Hansi Flick is under increasing pressure as Germany manager after Japan condemned his side to a fourth defeat in five games.
Fans at the Volkswagen Arena jeered the hosts at the final whistle, with Germany having now conceded 11 goals in their last five matches to leave them facing a crisis less than a year before they host the European Championships.
Junya Ito gave Japan the lead before Leroy Sane levelled in the 19th minute, but the hosts were overwhelmed after that.
Japan, however, responded when Ayase Ueda fired past Marc-Andre ter Stegen before late goals from VfL Bochum forward Takuma Asano and Fortuna Dusseldorf’s Ao Tanaka made the scoreline even more humiliating.
It was enough to prompt a furious backlash from the German media. A TV commentator for Germany broadcaster RTL+ declared “es ist ein desaster” while the country’s most popular newspaper, Bild, said Flick was facing the end.
The 58-year-old’s position has come under scrutiny following a desperate run stretching back to before the World Cup last year.
Germany have won just four of their last 16 matches, a run which included a group stage exit in Qatar, the second consecutive World Cup in which they had been eliminated at that period.
Japan defeated Flick’s team at that tournament and they repeated the trick in Wolfsburg on Saturday evening.
Flick was appointed Germany manager in August 2021 after replacing the long-serving Joachim Low following the 2021 European Championships, where they were knocked out by England.
What are the problems facing Germany?
Analysis by Sebastian Stafford-Bloor
There are two different types of problem affecting Germany. The first is the issue with their national talent pool. That is a philosophical concern. The second relates to the structural issues within the team itself.
The absence of a true No 9 beyond Niclas Fullkrug poses a question without an answer. Against Japan, Hansi Flick began with Kai Havertz, who has often performed well for Germany but who is mired in a deep pit of poor Premier League form. Reliably, the Germany attack looked disconnected with his uncertain touch at its centre, and there were few moments of connectivity between him, Serge Gnabry, Leroy Sane and Florian Wirtz.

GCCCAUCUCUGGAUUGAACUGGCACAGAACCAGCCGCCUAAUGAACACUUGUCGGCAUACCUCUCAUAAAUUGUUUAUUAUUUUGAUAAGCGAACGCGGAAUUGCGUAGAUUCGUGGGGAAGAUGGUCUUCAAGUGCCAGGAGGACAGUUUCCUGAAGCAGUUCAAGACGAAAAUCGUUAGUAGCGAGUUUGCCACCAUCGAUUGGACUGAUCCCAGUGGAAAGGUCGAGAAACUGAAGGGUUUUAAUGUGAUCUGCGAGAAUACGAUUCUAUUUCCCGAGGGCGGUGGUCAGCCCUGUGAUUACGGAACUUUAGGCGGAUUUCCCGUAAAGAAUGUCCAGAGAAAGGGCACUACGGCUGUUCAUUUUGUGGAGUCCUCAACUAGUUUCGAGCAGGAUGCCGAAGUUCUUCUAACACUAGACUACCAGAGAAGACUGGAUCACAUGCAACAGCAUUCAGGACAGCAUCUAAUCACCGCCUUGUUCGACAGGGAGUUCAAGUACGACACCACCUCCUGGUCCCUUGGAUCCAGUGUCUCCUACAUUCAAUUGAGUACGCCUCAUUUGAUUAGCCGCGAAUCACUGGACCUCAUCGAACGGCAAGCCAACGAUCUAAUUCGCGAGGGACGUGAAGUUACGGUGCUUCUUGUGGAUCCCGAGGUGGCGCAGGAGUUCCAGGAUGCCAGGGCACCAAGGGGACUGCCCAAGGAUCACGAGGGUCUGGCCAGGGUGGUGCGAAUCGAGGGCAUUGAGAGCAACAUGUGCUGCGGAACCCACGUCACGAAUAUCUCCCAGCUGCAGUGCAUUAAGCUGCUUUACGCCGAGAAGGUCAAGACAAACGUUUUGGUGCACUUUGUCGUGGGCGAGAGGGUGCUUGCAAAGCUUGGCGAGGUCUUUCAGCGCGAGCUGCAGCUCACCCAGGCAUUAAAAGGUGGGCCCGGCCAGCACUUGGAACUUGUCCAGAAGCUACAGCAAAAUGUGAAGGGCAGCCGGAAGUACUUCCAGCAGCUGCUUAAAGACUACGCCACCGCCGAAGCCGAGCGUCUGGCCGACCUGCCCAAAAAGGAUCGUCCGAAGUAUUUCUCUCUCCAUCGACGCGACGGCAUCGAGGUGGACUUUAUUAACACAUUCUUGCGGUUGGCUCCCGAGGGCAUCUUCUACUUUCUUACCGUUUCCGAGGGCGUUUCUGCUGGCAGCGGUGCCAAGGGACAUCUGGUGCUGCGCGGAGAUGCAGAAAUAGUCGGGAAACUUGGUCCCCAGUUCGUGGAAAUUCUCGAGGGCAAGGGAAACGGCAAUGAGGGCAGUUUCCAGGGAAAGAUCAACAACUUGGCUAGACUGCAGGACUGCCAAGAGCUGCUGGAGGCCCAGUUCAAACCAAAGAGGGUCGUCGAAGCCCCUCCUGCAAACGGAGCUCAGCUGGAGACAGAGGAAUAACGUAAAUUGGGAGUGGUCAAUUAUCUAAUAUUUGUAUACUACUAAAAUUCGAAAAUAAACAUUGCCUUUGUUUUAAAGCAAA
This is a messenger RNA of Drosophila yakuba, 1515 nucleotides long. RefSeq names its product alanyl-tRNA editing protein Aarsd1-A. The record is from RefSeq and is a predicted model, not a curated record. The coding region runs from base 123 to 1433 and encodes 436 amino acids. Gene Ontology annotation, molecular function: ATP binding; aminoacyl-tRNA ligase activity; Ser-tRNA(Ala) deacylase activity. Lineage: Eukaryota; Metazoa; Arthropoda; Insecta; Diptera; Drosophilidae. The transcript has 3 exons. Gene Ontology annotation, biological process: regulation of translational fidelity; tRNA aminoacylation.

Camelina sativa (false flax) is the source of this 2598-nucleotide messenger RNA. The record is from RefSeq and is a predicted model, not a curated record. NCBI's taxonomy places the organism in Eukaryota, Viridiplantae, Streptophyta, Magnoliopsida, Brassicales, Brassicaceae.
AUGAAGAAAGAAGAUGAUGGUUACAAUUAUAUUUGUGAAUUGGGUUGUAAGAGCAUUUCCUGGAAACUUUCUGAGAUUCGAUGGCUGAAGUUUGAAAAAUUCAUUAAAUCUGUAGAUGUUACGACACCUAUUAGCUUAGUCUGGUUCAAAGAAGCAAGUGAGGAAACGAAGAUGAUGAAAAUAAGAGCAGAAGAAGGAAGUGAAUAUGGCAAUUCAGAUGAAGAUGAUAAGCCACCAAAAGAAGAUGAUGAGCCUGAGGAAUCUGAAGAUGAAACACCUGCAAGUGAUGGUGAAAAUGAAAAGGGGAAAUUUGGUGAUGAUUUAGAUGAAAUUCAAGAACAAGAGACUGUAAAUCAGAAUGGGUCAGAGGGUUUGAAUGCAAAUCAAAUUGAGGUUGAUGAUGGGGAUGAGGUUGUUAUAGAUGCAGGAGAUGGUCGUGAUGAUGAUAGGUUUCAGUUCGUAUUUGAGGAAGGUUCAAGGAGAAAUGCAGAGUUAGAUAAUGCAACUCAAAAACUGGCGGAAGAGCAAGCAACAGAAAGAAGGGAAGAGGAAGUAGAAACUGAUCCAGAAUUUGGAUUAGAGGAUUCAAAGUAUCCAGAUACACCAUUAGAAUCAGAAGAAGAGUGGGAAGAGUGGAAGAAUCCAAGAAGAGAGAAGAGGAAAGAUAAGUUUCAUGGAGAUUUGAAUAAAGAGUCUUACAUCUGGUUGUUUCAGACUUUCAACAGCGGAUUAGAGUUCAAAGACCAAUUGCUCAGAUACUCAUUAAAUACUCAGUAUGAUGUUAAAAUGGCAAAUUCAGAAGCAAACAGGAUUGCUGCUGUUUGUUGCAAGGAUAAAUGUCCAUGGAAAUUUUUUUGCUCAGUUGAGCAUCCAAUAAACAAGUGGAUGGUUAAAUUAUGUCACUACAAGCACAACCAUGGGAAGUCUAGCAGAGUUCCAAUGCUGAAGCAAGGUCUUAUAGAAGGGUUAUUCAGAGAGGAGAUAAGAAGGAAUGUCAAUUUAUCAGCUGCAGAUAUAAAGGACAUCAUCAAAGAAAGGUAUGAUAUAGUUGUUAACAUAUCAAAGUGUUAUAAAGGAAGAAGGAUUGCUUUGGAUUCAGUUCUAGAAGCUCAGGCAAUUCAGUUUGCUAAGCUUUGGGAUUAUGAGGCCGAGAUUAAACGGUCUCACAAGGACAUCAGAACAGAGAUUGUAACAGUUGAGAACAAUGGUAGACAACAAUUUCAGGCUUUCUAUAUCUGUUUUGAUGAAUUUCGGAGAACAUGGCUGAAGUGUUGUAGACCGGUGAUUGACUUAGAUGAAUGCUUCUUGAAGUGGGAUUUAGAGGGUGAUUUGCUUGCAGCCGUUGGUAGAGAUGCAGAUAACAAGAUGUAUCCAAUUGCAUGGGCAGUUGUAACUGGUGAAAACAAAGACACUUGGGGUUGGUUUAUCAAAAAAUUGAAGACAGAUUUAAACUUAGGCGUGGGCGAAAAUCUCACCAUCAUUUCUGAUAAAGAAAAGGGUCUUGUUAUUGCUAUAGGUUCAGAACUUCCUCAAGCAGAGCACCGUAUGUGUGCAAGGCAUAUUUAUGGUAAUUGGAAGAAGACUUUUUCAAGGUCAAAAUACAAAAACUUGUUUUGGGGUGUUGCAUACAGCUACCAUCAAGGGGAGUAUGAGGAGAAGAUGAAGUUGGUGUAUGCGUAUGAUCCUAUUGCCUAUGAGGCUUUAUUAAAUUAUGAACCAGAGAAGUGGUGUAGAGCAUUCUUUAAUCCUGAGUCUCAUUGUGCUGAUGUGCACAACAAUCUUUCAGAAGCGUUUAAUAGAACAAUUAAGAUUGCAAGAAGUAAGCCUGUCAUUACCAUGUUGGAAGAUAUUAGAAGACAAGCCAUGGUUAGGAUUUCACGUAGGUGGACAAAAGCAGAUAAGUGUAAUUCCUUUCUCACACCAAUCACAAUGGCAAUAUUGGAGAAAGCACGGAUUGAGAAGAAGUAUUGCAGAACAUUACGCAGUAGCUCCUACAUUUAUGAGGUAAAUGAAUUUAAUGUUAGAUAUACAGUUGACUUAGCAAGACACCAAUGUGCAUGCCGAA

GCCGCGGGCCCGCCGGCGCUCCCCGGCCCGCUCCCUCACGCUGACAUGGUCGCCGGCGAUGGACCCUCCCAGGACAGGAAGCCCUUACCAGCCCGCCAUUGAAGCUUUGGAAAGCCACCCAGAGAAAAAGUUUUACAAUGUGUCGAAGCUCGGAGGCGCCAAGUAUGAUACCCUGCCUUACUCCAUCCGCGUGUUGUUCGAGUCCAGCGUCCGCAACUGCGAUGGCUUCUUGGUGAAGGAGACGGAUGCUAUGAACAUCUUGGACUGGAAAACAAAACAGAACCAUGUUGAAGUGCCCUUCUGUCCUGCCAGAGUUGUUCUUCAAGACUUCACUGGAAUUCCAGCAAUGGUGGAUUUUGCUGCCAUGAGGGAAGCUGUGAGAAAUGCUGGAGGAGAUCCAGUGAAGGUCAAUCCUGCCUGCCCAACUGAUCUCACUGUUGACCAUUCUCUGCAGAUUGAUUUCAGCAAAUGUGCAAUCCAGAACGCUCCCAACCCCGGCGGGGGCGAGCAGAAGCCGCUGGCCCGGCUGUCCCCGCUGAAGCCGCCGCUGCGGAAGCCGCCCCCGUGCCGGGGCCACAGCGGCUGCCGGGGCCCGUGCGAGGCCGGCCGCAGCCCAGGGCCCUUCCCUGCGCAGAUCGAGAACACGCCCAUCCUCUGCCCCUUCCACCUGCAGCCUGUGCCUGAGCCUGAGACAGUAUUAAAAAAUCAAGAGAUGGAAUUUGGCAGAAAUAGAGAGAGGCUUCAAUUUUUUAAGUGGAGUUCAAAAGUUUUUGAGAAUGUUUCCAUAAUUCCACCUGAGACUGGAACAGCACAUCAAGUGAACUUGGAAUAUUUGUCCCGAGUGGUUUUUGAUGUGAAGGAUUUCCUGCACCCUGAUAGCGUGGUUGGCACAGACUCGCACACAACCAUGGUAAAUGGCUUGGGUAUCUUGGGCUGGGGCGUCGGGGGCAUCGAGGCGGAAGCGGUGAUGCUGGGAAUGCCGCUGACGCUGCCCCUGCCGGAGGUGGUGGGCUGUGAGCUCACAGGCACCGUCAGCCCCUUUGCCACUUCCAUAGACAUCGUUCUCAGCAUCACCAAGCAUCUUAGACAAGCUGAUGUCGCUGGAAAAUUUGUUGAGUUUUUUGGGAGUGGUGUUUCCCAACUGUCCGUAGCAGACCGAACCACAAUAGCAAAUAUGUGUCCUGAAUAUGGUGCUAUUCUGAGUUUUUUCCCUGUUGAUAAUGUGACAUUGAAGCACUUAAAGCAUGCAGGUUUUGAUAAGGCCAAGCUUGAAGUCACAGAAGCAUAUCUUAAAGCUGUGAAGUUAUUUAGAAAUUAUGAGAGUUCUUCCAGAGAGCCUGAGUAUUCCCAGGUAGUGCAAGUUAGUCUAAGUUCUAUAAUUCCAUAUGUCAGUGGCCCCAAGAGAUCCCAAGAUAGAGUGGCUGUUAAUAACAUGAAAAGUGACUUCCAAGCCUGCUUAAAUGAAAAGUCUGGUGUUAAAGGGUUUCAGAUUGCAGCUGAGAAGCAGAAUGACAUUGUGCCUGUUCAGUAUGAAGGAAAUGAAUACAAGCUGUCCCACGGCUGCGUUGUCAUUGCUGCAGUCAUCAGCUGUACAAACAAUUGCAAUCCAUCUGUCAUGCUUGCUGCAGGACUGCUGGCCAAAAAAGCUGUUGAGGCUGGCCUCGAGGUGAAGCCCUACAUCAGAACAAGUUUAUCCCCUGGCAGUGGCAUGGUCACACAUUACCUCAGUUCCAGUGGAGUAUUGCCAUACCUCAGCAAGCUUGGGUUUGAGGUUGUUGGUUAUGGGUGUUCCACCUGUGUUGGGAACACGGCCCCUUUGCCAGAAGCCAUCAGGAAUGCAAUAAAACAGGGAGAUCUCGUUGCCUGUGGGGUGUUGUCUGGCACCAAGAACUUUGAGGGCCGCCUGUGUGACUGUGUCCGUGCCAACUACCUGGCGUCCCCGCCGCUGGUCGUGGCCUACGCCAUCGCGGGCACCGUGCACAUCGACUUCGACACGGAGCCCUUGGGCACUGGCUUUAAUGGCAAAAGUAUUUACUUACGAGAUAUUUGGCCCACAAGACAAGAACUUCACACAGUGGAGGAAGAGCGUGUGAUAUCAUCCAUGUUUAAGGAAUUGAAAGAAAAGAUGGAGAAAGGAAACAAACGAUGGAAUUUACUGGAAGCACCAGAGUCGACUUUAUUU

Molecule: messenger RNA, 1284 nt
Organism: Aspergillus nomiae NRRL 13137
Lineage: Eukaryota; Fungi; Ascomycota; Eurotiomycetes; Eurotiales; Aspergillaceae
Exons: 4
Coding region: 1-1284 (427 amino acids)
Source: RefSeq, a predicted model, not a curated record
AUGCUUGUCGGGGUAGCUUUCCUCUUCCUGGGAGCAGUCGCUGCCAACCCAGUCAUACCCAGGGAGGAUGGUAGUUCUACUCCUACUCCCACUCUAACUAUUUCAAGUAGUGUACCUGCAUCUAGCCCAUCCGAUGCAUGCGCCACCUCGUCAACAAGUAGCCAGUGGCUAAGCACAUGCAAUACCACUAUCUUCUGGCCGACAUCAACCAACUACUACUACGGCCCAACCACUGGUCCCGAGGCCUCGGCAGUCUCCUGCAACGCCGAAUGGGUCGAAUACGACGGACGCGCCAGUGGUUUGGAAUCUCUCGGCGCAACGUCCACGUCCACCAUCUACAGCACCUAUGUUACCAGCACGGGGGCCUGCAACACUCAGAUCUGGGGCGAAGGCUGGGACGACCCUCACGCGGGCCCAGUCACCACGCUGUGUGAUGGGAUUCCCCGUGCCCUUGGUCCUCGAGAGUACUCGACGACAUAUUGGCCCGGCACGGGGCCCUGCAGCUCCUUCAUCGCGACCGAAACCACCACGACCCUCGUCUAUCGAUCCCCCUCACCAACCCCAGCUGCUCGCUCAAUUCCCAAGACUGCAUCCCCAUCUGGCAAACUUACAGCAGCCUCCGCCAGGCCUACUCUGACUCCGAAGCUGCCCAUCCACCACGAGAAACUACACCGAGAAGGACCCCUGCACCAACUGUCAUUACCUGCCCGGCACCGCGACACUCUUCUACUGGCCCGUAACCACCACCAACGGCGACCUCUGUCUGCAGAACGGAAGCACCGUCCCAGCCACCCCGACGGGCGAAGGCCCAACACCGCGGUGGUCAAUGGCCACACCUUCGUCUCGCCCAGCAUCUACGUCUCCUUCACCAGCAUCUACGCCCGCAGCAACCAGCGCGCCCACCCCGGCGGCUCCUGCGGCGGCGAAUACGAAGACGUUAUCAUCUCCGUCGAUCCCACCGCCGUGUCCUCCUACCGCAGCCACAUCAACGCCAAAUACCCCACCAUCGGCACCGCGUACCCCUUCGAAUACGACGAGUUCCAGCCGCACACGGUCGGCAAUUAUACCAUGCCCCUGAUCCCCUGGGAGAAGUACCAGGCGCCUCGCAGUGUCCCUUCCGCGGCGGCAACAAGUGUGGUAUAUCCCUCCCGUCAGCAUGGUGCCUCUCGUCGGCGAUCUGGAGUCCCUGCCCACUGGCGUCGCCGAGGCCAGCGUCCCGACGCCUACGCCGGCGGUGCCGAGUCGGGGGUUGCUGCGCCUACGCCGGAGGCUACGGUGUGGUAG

Inevitably, Havertz was replaced by Thomas Muller with 20 minutes to go. Muller remains a good player, but it was difficult to avoid the figurative step back on a night when Germany offered so little in the way of innovation.
What will have particularly concerned Flick – and the German public – was just how comfortable the Japanese looked without the ball. They faced little threat. Germany moved the ball up to and around their penalty box well enough but rarely infiltrated with any purpose. Rather than being forced into drastic action – lunging tackles, urgent blocks – Japan’s disciplined backline simply waited for those attacks to flounder, before snapping into sharp counter attacks. Eventually, those yielded the goals their performance deserved.
It is all so unconvincing from Germany; it always is now. The easy observation is to describe them as less than the sum of their parts. Clearly that is true – but it is accurate of them all over the pitch. Flick’s defence has often been porous. His midfield and attack has consistently failed to create chances in healthy volume. These are not new problems; these are issues which have become systemic within the national team and, increasingly, suggest an absence of self-belief.
Unfortunately, none of these poor results seem to inform anything – no improvement, no learning. Instead, each game seems to bring another experiment or a different configuration within some part of the side. Neither of which are particularly suggestive of any plan or grand strategy.
Germany are bad. But nobody involved with the national team seems even to know why, let alone how to make them better.
Why Hansi Flick was given a second chance by Germany
(Photo: Federico Gambarini/picture alliance via Getty Images)